Jobs Working with the Deaf Community

Jan 17, 2020

A number of professions offer regular opportunities to work with members of the deaf community. These include careers in community and social services, healthcare, education, transportation and the legal field.

Career Options for Working with the Deaf Community

People who are part of the deaf community have specific needs related to their inability to hear. People who work with individuals who are deaf can help them gain access to necessary services or provide services that help them be independent and successful.

Job Title Median Salary (2018)* Job Outlook (2018-2028)*
Interpreters $49,930 (interpreters and translators) 19% (interpreters and translators)
Mental Health Counselors $44,630 (substance abuse, behavioral disorder, and mental health counselors) 22% (substance abuse, behavioral disorder, and mental health counselors)
Court Reporters $57,150 7%
Audiologists $75,920 16%
Social Workers $49,470 11%
Community Health Workers $39,540 13%
Bus Drivers $34,450 5%
High School Teachers $60,320 4%

Source: *U.S. Bureau of Labor Statistics

Career Information for Working with the Deaf Community


Interpreters bridge the gap between deaf people and those who do not know American Sign Language (ASL). They convert what's said into sign language and then convert what's expressed in sign language into spoken words. Interpreters who are fluent in ASL specialize in providing services to the deaf community in a range of venues, such as public events and at medical appointments. They must be fluent in ASL and have a bachelor's degree.

Mental Health Counselors

Mental health counselors work with individuals who are struggling with mental health issues and provide counseling to their clients. They normally need a master's degree in a relevant field, such as psychology, and must complete an internship. There are opportunities for mental health counselors to specialize in working with members of the deaf community. These mental health counselors must also be fluent in ASL.

Court Reporters

Court reporters create records/transcripts of everything that occurs during court proceedings. They can usually prepare for their career with on-the-job training or by completing a postsecondary certificate. Their responsibilities can include providing captioning for members of the deaf community during proceedings, as well as captioning for television and live translation during meeting or classes. This may be provided in person or on television screens.


Audiologists are medical professionals who focus on treating people with hearing problems; they are qualified to diagnose conditions, develop treatment plans to prevent hearing loss and work with patients with balance issues. Audiologists may be among the first to work with people who are deaf due to hearing loss and can help these patients by teaching them to read lips or prescribing cochlear implants. They are required to have a doctoral degree and a license to work in their field.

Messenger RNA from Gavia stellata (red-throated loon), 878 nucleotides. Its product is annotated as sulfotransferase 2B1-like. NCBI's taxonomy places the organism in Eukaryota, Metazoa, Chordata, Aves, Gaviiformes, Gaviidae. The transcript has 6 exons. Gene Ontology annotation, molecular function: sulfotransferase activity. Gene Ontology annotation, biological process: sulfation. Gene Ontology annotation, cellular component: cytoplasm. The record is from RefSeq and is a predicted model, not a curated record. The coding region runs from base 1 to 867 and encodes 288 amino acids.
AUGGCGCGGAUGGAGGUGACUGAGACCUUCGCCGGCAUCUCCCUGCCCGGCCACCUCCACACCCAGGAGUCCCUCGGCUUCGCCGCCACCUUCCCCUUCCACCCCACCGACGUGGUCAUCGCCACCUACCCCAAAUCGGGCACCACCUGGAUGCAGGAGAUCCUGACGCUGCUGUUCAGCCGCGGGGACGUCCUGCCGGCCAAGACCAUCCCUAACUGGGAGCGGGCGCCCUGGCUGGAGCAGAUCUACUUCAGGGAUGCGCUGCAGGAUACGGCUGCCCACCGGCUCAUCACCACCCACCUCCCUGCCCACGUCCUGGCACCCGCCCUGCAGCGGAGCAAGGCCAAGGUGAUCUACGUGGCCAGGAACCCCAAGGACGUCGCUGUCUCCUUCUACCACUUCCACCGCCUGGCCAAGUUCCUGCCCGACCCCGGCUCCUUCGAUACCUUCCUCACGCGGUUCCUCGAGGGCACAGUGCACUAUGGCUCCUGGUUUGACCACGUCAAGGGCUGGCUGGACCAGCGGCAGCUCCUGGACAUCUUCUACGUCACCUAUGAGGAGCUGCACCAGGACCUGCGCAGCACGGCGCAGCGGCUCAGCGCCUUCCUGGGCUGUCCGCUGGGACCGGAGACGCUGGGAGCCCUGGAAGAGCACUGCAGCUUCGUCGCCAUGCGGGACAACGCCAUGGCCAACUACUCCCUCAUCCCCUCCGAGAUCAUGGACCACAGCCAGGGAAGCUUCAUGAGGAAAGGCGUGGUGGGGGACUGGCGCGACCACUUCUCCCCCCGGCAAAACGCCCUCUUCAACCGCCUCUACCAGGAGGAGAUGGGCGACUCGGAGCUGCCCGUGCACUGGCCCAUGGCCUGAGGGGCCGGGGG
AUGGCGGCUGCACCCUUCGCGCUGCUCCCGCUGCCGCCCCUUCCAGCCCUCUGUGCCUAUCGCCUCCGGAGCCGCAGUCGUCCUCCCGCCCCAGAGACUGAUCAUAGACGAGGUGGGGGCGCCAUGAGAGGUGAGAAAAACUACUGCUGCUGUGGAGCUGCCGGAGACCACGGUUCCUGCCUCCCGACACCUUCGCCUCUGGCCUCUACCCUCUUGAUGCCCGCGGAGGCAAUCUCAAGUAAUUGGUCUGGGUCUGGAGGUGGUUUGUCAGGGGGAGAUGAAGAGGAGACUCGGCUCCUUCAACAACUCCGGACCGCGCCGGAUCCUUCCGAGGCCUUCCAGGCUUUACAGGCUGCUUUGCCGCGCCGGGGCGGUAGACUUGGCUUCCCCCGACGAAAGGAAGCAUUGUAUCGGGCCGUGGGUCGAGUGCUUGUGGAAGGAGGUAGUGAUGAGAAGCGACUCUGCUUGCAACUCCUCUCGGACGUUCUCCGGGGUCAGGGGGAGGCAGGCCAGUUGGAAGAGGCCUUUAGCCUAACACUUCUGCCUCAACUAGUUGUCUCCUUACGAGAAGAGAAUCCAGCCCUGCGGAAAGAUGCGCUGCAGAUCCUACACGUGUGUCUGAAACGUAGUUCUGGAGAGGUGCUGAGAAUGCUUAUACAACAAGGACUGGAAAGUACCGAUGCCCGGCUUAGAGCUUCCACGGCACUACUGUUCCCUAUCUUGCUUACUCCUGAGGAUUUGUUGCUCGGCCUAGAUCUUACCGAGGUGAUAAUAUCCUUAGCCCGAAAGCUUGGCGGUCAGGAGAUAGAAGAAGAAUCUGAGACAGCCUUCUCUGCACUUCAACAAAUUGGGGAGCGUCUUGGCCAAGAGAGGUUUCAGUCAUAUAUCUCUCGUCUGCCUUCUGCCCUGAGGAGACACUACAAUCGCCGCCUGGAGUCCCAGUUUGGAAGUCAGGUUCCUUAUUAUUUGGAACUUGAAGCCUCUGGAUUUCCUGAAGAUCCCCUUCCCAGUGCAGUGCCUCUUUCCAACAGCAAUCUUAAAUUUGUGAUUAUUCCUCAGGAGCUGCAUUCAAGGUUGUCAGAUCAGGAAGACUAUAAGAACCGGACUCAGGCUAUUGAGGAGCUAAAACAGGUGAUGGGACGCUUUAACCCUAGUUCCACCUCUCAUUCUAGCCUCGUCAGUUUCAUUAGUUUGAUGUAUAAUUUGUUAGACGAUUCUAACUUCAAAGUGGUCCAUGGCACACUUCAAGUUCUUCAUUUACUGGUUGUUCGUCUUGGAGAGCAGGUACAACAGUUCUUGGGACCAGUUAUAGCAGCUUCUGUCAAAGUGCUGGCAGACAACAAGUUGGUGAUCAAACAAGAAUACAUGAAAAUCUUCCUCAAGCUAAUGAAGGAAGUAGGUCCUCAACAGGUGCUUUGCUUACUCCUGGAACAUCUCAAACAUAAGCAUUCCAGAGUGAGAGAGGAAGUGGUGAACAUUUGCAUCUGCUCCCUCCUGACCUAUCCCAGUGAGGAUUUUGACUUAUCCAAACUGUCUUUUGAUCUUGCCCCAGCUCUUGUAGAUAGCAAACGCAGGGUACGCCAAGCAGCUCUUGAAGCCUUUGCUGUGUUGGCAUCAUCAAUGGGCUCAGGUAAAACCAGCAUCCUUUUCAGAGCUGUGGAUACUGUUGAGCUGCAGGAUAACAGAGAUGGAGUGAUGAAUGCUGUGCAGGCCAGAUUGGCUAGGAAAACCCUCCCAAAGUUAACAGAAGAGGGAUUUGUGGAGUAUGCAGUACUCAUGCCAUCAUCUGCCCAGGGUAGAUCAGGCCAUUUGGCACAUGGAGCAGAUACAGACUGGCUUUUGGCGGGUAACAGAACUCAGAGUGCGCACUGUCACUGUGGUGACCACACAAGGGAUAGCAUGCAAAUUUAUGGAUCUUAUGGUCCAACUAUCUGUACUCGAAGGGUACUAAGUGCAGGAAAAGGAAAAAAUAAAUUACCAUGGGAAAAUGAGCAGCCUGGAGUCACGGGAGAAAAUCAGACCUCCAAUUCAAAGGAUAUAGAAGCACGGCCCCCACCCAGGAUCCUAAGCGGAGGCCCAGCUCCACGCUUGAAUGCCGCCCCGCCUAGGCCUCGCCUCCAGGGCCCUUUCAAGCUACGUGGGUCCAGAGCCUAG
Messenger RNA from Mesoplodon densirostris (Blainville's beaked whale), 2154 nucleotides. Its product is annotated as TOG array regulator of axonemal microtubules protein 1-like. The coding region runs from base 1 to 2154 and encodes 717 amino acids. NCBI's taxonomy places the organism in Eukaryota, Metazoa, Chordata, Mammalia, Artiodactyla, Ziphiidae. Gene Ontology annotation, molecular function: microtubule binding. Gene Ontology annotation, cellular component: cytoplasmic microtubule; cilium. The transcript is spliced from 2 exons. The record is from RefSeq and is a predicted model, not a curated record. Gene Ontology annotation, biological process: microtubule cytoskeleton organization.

Social Workers

Social workers can provide counseling to individuals and also serve as advocates for people with specific needs and help them access services. A bachelor's degree in social work is required to prepare for this career and those that pursue clinical work must have a master's degree. As advocates they can play an important role when working with members of the deaf community to ensure they have access to interpreters and other necessary services. They are required to provide interpreters to clients that are deaf so they do not need training in American Sign Language.

Community Health Workers

Community health workers are responsible for helping community members access medical services and identifying community health issues. It is increasingly common for community health workers to provide services specifically to members of the deaf community. Although community health workers are only required to have a high school diploma and on-the-job training, those who specialize in working with the deaf community must complete a training curriculum to expand their understanding of the needs of the deaf community. Those who work with the deaf community work alongside an interpreter to help ensure deaf patients have a clear understanding of their healthcare options.

School Bus Drivers

School bus drivers pick up students and then take them home from school. They operate the vehicle in accordance with traffic laws and are responsible for keeping their passengers safe. School bus drivers can pursue opportunities to work for schools for the deaf and transport students who are part of the deaf community. School bus drivers must have a commercial driver's license (CDL) and although those that work for deaf schools do not always need to be fluent in ASL, some ASL training may be an asset.

High School Teachers

High school teachers focus on providing academic instruction to teenage students. They are required to have a bachelor's degree in the subject they teach and a teacher's license. Their duties involve creating lessons, teaching classes and grading student work. High school teachers that are interested in working with the deaf community can pursue teaching opportunities at schools for the deaf and play an important educational role in the deaf community; these teachers must also be fluent in American Sign Language.

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